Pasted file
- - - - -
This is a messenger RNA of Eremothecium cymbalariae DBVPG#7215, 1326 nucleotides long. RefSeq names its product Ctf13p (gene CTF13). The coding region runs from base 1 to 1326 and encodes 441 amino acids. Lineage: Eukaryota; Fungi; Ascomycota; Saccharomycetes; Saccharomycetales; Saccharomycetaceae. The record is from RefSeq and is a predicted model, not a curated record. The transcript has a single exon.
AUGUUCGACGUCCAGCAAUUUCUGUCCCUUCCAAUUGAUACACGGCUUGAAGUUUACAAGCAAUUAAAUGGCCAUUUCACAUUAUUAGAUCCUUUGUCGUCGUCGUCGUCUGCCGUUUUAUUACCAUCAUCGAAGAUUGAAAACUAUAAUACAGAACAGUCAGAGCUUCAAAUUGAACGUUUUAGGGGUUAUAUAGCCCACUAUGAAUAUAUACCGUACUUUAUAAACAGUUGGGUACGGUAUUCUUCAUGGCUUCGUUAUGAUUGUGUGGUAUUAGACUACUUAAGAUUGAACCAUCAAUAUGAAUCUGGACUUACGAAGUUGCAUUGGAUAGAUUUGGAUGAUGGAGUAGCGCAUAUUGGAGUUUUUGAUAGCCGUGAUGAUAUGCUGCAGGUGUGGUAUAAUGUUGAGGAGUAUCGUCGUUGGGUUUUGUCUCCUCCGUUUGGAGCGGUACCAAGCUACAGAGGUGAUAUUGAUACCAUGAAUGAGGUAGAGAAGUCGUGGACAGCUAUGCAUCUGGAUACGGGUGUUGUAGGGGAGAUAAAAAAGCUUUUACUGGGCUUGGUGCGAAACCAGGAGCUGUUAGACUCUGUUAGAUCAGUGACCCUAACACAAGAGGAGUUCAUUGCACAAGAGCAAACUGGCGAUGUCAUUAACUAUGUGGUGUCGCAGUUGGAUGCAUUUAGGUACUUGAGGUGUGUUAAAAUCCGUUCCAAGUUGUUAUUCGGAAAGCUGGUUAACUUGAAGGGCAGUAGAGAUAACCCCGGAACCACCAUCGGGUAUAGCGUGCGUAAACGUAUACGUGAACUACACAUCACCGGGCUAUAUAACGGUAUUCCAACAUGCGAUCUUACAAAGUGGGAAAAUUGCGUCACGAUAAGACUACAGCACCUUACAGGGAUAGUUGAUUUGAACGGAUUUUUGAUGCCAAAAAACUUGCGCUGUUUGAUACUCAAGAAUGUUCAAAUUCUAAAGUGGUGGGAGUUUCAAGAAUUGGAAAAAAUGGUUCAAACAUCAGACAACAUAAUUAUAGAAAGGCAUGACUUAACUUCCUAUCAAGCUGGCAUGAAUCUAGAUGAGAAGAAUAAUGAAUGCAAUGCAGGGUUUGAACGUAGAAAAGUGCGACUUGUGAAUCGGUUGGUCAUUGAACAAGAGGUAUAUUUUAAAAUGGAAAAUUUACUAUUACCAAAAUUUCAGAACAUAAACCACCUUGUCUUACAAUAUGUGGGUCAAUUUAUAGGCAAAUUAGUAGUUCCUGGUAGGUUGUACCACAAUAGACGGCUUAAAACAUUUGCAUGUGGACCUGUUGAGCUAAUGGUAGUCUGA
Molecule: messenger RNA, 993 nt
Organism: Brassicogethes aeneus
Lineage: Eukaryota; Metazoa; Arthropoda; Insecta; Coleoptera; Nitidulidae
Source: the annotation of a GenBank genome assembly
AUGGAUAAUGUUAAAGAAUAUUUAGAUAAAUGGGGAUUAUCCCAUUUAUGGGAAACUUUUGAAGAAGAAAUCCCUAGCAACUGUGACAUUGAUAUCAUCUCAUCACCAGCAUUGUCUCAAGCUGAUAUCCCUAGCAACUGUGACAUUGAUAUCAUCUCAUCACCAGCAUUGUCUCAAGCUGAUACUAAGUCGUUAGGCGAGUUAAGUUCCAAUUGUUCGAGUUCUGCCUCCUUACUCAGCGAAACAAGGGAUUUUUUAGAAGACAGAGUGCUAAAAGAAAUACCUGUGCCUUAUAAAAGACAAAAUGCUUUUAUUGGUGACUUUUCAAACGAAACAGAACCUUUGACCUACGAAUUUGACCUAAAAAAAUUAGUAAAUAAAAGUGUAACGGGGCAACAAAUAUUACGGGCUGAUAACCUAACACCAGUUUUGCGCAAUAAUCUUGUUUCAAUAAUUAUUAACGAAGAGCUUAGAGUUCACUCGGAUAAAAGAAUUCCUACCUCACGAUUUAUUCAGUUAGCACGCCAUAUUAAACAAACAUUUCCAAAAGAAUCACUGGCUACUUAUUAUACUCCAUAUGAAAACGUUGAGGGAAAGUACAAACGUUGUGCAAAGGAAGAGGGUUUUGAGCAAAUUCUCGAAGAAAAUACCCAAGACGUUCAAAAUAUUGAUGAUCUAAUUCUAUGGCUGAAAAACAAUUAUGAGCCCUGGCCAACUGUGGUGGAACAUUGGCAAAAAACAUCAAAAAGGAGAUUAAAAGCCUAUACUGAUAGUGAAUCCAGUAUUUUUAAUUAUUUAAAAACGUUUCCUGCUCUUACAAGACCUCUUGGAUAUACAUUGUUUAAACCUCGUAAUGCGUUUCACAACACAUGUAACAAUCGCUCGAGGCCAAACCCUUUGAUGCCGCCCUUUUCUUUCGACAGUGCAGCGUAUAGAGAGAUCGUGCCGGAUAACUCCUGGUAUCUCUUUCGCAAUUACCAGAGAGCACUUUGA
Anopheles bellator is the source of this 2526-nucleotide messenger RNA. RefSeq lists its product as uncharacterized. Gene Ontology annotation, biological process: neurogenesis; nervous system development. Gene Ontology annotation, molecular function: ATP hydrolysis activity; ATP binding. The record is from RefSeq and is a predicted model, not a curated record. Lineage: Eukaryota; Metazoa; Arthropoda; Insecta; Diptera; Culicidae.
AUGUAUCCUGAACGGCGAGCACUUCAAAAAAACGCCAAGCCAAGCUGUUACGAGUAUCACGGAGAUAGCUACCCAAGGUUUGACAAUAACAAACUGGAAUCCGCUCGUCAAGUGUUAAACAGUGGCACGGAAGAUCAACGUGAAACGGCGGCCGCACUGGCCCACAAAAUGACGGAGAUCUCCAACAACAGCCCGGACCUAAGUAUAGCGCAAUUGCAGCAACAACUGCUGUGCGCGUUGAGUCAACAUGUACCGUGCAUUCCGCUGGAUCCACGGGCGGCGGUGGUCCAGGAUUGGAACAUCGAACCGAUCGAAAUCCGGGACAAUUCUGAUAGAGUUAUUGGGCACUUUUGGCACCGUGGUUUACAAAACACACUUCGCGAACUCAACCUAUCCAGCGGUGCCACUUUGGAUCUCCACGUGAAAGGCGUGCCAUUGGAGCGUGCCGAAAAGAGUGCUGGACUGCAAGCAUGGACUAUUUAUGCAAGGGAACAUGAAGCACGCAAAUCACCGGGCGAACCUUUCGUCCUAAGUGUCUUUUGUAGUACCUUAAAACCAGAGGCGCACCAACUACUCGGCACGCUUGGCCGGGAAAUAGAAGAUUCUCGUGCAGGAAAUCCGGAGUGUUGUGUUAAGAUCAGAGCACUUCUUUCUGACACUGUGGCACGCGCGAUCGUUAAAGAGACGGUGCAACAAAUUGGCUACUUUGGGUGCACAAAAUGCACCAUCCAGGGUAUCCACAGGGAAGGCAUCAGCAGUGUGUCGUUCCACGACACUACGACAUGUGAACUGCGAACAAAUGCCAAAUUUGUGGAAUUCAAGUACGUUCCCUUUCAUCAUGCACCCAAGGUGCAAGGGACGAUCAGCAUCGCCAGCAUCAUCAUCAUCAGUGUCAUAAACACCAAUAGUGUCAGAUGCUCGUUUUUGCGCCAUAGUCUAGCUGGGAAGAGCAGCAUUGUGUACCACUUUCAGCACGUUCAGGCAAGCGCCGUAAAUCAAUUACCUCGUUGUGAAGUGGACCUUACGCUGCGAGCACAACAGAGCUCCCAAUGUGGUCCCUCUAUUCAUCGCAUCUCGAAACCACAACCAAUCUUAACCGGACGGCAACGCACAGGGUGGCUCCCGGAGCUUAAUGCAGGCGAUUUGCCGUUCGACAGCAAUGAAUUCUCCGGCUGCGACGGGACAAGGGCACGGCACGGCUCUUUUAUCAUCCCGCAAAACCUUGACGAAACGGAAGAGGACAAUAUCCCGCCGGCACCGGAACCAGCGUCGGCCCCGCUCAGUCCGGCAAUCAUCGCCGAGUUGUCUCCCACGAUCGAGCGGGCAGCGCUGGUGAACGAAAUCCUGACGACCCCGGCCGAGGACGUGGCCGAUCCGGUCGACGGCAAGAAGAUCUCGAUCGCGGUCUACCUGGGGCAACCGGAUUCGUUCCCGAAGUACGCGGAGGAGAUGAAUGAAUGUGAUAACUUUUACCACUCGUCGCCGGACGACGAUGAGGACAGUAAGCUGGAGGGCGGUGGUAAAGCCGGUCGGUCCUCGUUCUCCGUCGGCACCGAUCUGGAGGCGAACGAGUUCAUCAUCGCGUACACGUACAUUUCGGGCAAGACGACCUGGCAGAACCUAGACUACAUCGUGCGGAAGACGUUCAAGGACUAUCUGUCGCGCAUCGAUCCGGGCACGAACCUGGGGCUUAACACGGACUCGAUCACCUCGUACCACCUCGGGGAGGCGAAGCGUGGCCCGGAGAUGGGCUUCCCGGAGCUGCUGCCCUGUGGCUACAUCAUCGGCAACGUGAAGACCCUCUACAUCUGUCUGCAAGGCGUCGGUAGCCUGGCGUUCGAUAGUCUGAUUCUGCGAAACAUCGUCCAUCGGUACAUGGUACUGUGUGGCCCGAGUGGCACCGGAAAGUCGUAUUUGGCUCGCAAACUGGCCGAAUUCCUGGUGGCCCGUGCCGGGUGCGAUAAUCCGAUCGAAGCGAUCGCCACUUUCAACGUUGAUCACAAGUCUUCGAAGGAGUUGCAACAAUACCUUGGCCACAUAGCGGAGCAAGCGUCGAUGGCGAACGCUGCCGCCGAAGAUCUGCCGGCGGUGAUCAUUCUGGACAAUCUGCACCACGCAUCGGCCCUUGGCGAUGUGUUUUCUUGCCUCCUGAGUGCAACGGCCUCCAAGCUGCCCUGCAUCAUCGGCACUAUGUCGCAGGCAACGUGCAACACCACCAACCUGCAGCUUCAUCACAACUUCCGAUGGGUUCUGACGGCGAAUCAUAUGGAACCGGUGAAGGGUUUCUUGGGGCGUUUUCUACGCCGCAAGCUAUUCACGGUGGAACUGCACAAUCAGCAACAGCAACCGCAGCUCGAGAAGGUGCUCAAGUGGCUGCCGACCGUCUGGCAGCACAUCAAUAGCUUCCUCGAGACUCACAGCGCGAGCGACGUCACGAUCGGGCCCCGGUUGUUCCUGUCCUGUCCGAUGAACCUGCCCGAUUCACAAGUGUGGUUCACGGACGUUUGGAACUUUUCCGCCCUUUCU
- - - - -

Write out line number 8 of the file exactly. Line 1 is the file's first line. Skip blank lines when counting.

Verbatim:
Anopheles bellator is the source of this 2526-nucleotide messenger RNA. RefSeq lists its product as uncharacterized. Gene Ontology annotation, biological process: neurogenesis; nervous system development. Gene Ontology annotation, molecular function: ATP hydrolysis activity; ATP binding. The record is from RefSeq and is a predicted model, not a curated record. Lineage: Eukaryota; Metazoa; Arthropoda; Insecta; Diptera; Culicidae.